Several years ago natural gas driller Cabot Oil & Gas was found liable for the contamination of residential wells in Dimock, in one of the first well-publicized cases of damage caused by a drilled in Marcellus Shale territory in Northeastern Pennsylvania - and a taste of things to come.
Faced with an initial agreement to provide water to the affected residences through water lines to municipal sources, Cabot balked and used legal maneuvering to get a new judgement. They agreed to install "treatment systems" inside each affected residence. Contaminated water would be pumped into the residence, and the "treatment system" would remove the methane and contaminants and whatnot that Cabot maintained weren't even there in the first place. And Cabot's legal obligations would be fulfilled with the installation of the system; maintenance and repairs would be the responsibility of the individual homeowner. And good luck using that as a selling point when you decide to sell your home. Better keep the manual to pass on to future purchasers.
Naturally, some residents found this to be an unacceptable solution.
And so it goes. Cabot refuses to abide with the original (and now vacated) consent order, which is understandable - after all, they went through all the trouble and expense of getting it overturned. Residents find the prospect of drinking and showering out of plastic "water buffaloes" to be as unacceptable as the notion of becoming the managers of in-house "treatment systems." Residents have one vote apiece, while Cabot and other gas companies pour millions of dollars in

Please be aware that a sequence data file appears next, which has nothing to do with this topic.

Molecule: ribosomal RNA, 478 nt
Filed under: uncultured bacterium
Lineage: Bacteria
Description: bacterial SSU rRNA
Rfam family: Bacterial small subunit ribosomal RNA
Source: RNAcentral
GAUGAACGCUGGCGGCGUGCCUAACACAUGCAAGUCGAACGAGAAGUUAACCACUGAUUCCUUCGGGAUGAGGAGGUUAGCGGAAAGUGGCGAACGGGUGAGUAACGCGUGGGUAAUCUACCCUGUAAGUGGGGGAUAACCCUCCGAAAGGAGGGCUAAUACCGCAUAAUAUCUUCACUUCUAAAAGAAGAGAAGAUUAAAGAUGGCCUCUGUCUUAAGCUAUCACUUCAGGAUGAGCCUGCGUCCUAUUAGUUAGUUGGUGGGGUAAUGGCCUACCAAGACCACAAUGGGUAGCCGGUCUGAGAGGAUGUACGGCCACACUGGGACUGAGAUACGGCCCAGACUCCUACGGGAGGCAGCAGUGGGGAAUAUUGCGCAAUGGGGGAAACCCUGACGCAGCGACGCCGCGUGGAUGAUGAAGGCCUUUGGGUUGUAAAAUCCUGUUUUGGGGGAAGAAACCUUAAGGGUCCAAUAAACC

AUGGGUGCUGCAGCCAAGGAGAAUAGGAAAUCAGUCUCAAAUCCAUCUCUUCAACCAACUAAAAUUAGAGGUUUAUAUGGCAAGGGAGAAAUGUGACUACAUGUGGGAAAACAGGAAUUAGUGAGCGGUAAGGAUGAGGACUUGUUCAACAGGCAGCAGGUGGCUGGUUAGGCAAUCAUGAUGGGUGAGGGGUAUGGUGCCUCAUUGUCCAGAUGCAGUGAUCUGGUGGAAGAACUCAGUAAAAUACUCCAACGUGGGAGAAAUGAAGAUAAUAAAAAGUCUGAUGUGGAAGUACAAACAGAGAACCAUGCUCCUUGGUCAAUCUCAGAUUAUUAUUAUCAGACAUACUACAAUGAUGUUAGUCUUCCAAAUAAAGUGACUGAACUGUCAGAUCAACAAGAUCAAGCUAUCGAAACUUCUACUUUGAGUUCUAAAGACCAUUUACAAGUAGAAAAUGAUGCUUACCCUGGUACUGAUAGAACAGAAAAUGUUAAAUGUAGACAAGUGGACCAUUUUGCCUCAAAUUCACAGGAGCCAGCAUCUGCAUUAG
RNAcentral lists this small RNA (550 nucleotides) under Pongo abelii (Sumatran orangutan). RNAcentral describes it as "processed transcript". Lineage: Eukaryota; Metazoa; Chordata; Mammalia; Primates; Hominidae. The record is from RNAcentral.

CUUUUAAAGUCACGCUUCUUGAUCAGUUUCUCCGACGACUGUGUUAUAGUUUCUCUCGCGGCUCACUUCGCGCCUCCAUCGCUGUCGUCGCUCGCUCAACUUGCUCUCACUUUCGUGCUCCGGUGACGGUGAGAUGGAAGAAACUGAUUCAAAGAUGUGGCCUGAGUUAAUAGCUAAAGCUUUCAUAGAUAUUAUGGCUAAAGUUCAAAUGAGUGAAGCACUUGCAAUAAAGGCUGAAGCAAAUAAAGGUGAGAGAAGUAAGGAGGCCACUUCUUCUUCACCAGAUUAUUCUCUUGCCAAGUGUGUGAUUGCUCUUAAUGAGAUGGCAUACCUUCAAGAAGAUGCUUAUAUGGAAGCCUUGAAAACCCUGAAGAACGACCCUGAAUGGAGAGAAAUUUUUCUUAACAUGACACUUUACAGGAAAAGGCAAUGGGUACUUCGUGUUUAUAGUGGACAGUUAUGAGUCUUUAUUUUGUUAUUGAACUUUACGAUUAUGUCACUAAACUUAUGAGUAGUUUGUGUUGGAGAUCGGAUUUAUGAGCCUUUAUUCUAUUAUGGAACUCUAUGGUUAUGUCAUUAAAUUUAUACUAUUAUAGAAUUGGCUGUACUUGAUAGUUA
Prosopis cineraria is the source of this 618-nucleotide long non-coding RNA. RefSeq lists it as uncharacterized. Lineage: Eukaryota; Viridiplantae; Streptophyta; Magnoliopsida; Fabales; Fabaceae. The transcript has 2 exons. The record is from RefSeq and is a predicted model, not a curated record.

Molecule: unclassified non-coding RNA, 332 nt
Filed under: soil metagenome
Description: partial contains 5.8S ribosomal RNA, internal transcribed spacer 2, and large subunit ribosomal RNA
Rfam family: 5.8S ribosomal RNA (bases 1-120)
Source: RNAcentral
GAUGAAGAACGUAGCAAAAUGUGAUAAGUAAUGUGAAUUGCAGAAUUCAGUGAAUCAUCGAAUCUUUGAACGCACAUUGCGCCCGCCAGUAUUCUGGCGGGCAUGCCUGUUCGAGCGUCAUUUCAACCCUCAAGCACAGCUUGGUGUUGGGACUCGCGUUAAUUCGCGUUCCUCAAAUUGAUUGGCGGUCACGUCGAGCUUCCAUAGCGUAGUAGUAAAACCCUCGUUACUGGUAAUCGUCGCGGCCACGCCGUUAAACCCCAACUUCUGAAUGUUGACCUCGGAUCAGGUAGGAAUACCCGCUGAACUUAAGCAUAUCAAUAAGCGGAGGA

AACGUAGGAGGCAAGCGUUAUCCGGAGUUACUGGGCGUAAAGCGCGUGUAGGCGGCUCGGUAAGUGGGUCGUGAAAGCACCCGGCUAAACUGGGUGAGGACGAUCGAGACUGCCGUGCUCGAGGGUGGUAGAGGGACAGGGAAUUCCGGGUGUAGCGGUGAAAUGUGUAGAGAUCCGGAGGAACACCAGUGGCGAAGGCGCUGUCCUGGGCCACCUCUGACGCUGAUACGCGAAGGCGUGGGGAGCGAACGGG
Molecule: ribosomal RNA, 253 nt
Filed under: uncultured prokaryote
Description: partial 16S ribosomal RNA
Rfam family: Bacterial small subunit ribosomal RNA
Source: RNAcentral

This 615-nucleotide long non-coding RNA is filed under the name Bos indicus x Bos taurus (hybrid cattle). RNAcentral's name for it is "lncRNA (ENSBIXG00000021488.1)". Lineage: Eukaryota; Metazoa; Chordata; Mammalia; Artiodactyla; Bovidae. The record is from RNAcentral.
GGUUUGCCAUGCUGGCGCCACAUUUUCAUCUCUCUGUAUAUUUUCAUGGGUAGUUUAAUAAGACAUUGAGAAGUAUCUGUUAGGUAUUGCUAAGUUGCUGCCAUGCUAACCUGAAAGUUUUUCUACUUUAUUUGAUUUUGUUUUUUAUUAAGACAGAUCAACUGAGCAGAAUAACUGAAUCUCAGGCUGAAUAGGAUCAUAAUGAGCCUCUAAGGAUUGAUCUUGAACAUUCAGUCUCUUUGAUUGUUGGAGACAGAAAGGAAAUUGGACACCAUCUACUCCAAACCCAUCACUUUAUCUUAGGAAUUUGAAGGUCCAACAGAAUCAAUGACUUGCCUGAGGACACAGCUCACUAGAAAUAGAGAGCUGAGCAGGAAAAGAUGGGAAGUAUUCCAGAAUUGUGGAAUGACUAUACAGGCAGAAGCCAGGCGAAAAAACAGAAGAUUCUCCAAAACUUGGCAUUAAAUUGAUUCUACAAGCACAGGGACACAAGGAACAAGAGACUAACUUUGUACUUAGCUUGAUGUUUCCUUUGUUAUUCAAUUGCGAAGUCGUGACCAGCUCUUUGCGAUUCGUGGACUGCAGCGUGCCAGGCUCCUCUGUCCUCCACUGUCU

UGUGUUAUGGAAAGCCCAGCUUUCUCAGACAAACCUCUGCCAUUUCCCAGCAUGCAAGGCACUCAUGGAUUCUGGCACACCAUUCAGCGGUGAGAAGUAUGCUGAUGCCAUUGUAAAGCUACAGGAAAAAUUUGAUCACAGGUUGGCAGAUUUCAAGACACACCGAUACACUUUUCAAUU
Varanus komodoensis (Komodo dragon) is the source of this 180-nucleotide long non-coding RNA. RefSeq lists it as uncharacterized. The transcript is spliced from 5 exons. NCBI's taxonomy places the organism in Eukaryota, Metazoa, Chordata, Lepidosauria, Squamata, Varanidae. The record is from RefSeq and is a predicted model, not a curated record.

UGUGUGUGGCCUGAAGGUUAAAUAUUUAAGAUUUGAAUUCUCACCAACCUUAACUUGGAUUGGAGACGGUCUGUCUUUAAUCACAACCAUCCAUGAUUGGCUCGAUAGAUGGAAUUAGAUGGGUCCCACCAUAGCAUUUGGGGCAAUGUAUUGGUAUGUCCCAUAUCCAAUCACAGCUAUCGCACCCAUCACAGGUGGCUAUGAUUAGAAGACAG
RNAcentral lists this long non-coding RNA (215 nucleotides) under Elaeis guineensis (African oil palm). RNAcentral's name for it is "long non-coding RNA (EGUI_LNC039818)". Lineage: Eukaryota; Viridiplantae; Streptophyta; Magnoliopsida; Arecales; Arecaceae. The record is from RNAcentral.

Some residents of Dimock decided they had had enough. They purchased a billboard ad featuring an image of a pitcher of water drawn from their well, a list of the chemicals that have been found within, and the words "FIX IT!"
Within twenty-four hours, the billboard ad was taken down.
Here is the text of the press release that included the billboard image that I have posted above:
Less than twenty-four hours after Dimock residents held a pressLast Saturday a local resident was killed when a car he and his daughter were in was crushed by a truck carrying fracking materials - driven by an out-of-state (and allegedly unlicensed) trucker. Earlier this week a pristine stream was contaminated with "drilling mud" - a slurry of water, bentonite, and assorted other chemicals specific to each mix. Everything is unfolding as it has been predicted by those who warned about this years ago. How much more has to happen before we decide we've had enough?
conference beneath a newly installed billboard that called attention to their
contaminated water wells, the billboard came down. It had displayed a
photograph of brownish water drawn from the well of Craig and Julie
Sautner, and listed some of the chemical contaminants it contained.
The billboard apparently rattled Cabot Oil and Gas, the company widely
assumed to be responsible for the water woes in Dimock. A lawyer
employed by Cabot videotaped residents as they spoke about living in
homes with contaminated wells, and a Cabot spokesperson, George Stark,
was on hand to call the billboard “a lie.” Mr. Stark disputed that the
discolored water came from the Sautner well, and claimed to be unaware
that tests conducted by Duke University and the Pennsylvania Department
of Environmental Protection found dozens of contaminants in the water.
These included acetone, aluminum, arsenic, barium, beryllium,
bromodichloromethane, butylbenzylphthalate, dibromochloromehtane,
ethane, lead, lithium, methane, nitrate, silicon, strontium, sulfate, thorium
228, thorium 230, uranium 234 and uranium 235/236.
At one point Mr. Stark stood in front of the cameras and claimed that the
Sautners water was no longer contaminated and boasted he’d drink a glass
of it himself. He has yet to keep that promise.
Not just the problem of contaminated well water in Dimock, but the whole damned problem of environmentally destructive gas extraction in Marcellus Shale territory!